Saturday, May 31, 2008

Daily Photo - Temple of Luxor

The next few days are going to feature some photos from the Temple of Luxor. Most of my photos of this temple are actually in Luxor, for some reason, but I will be collecting those next week (I'll be going up to north Wales on the 5th, back on the 10th but I'll post a reminder that the blog won't be updated for those days nearer the time).

The Temple of Luxor is much smaller than that of Karnak, to which it was once connected by a row of sphinxes, but it still has a complicated story to tell. The temple was established under the reign of Amenhotep III. It was expanded and embellished by successive rulers, the best know of which are Tutankhamun, Horemheb, Ramesses II and Alexander the Great. As well as being dedicated to the deity Amun, it was also the focal point for the Opet festival, scenes of which are shown on the interior temple walls. The obelisk that can be seen in the background of the second photograph is one of a pair. Its partner is now, however, in Paris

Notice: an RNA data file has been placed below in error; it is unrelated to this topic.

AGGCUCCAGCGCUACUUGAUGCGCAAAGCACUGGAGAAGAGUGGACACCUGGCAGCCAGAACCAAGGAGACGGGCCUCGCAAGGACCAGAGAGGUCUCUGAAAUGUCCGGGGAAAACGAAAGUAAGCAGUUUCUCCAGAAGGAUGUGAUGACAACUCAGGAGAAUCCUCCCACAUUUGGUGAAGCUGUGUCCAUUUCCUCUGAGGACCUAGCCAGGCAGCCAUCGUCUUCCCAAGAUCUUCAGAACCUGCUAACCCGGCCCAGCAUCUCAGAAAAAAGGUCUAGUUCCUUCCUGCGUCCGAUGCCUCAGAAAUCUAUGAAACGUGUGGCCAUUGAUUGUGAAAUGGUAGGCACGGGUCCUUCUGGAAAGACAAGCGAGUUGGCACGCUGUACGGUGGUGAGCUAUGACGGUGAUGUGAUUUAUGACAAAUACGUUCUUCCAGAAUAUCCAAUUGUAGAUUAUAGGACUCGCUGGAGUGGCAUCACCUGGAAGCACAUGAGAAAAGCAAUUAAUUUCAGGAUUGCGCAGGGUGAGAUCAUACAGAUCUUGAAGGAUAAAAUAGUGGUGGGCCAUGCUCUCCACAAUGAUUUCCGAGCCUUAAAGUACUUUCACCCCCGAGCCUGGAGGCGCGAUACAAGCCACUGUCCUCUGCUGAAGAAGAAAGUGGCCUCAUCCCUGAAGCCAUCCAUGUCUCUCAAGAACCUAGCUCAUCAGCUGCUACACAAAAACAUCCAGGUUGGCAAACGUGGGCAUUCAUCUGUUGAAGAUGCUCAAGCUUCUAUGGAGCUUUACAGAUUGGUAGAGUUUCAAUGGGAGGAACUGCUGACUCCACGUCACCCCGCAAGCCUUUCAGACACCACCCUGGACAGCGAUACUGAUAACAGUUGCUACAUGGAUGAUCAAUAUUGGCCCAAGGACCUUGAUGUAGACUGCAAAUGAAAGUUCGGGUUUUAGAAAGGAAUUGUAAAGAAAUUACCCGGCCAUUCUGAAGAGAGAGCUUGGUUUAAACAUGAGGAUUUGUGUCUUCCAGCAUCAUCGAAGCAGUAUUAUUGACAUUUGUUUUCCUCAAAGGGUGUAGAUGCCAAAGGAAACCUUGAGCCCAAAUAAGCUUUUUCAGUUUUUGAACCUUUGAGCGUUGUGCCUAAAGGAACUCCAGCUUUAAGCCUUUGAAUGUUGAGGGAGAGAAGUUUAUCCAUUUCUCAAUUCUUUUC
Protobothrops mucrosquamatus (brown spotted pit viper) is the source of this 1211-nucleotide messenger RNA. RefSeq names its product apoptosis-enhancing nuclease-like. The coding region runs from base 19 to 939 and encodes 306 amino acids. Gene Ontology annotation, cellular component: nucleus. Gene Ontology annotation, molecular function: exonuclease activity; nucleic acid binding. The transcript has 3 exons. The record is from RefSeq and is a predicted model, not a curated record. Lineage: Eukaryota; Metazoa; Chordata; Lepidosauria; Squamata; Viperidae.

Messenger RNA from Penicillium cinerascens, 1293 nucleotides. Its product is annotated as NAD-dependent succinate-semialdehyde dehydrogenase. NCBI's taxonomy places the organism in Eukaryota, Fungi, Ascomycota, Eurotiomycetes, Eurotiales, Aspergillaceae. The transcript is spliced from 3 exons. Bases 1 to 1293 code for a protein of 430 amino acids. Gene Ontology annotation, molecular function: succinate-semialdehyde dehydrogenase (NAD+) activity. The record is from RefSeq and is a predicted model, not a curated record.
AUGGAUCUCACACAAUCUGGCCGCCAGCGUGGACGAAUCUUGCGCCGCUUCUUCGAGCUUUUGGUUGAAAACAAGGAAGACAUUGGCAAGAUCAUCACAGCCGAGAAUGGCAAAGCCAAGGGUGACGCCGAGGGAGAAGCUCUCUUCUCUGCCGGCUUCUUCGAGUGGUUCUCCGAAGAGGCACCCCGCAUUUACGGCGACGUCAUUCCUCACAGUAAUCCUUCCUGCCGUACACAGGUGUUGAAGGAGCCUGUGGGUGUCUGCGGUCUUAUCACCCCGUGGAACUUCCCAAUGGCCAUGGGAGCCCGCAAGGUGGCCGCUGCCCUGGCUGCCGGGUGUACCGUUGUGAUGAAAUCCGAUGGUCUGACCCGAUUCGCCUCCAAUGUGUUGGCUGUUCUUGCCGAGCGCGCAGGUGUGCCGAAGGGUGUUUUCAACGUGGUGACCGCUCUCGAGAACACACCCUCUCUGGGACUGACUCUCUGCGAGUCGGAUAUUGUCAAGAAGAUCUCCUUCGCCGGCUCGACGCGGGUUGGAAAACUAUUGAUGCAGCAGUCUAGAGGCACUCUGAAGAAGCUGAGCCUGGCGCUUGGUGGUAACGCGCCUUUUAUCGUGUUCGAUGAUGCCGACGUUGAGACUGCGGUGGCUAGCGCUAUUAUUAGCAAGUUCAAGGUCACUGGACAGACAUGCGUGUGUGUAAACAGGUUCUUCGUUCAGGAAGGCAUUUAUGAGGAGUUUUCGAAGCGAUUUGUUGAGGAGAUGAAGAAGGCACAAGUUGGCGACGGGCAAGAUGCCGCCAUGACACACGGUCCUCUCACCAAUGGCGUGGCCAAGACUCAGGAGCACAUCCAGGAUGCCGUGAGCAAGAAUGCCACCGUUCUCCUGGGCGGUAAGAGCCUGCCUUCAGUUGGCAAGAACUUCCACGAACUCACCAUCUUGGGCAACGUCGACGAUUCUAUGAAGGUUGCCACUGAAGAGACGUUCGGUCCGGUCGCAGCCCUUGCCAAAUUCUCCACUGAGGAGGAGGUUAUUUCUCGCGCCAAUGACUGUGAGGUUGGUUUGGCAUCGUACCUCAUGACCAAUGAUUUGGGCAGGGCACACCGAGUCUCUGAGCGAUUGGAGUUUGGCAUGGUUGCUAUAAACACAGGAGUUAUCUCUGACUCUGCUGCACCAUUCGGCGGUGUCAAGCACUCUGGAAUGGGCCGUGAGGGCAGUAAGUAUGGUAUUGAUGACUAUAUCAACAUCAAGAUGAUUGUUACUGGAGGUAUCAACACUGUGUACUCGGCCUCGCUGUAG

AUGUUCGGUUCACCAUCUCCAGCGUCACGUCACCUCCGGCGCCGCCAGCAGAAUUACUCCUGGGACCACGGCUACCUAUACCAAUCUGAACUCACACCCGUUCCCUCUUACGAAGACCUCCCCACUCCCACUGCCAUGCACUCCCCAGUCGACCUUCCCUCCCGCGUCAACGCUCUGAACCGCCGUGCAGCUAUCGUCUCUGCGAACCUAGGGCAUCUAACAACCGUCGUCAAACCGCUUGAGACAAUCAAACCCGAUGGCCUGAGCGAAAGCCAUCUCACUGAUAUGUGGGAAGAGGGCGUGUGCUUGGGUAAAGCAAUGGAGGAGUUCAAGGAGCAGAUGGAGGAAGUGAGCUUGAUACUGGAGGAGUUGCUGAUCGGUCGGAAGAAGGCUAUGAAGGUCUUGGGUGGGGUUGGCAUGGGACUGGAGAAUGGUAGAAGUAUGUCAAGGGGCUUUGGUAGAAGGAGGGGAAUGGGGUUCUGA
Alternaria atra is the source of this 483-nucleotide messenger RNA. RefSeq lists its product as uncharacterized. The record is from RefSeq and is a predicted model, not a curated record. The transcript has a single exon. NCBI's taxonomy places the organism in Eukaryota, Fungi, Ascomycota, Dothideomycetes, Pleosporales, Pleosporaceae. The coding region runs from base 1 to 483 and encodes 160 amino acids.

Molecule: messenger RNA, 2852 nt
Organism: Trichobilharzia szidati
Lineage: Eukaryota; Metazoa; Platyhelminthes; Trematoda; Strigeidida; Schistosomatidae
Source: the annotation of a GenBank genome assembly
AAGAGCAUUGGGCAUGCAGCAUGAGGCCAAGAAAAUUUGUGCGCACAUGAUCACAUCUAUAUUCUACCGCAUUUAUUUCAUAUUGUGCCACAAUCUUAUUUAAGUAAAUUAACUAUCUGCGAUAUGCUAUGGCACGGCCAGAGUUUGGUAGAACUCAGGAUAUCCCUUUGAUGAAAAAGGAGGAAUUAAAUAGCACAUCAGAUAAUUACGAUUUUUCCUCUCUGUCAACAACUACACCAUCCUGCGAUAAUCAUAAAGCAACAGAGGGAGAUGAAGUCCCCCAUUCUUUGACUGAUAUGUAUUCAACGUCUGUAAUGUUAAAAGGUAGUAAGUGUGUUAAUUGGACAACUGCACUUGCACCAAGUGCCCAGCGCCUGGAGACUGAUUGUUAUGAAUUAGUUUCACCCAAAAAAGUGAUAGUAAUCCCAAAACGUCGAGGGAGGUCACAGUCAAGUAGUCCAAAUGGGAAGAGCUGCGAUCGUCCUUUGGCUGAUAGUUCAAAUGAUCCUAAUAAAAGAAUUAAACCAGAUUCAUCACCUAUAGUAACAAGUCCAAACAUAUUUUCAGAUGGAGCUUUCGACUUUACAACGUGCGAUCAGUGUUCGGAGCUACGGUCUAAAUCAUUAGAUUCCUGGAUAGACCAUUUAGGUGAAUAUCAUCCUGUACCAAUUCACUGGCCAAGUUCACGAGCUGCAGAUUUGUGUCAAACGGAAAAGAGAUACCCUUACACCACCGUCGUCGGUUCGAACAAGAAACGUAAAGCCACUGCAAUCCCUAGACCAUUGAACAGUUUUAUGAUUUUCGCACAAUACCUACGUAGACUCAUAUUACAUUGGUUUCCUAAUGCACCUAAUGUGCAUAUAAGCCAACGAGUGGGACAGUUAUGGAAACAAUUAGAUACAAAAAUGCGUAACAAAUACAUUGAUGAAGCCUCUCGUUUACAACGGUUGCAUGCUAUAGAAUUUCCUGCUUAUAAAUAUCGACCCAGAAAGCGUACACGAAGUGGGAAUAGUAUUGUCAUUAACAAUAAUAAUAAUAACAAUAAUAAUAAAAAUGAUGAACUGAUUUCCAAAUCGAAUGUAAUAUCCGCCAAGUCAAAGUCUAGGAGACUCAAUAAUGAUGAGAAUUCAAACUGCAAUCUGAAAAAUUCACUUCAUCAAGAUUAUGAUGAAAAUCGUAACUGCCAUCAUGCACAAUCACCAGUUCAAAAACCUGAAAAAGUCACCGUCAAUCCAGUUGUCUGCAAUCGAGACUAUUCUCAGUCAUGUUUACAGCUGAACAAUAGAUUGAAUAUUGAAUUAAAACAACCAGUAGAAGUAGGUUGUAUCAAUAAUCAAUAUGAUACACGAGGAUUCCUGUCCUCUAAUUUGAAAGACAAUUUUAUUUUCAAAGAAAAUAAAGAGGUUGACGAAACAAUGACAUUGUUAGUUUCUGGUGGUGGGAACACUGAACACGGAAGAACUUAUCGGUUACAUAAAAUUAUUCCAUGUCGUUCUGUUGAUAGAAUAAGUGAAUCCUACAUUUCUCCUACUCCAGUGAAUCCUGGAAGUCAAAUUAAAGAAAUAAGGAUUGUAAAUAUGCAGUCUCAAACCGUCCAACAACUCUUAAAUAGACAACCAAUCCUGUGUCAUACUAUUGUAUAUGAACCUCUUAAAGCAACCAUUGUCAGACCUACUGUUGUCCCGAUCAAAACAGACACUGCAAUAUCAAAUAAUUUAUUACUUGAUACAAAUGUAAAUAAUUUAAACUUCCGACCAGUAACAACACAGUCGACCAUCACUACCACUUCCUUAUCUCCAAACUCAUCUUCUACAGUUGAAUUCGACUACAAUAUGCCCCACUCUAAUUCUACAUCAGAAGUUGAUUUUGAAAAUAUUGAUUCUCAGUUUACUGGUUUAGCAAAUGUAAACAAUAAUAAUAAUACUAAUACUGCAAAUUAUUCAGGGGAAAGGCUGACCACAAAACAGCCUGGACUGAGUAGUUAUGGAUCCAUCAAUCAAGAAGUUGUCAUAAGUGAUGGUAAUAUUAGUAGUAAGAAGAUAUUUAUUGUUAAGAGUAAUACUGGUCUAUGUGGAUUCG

As the first two photographs show, it has a mosque (Abu Haggag) built into the side of it, which shows the ground level prior to the excavation of the temple. The mosque can now be reached from the road side. Last year there was quite a lot of publicity when part of the Pharaonic temple was revealed behind part of the mosque - there's a summary of the find (dating to Ramesses II) on the National Geographic website.

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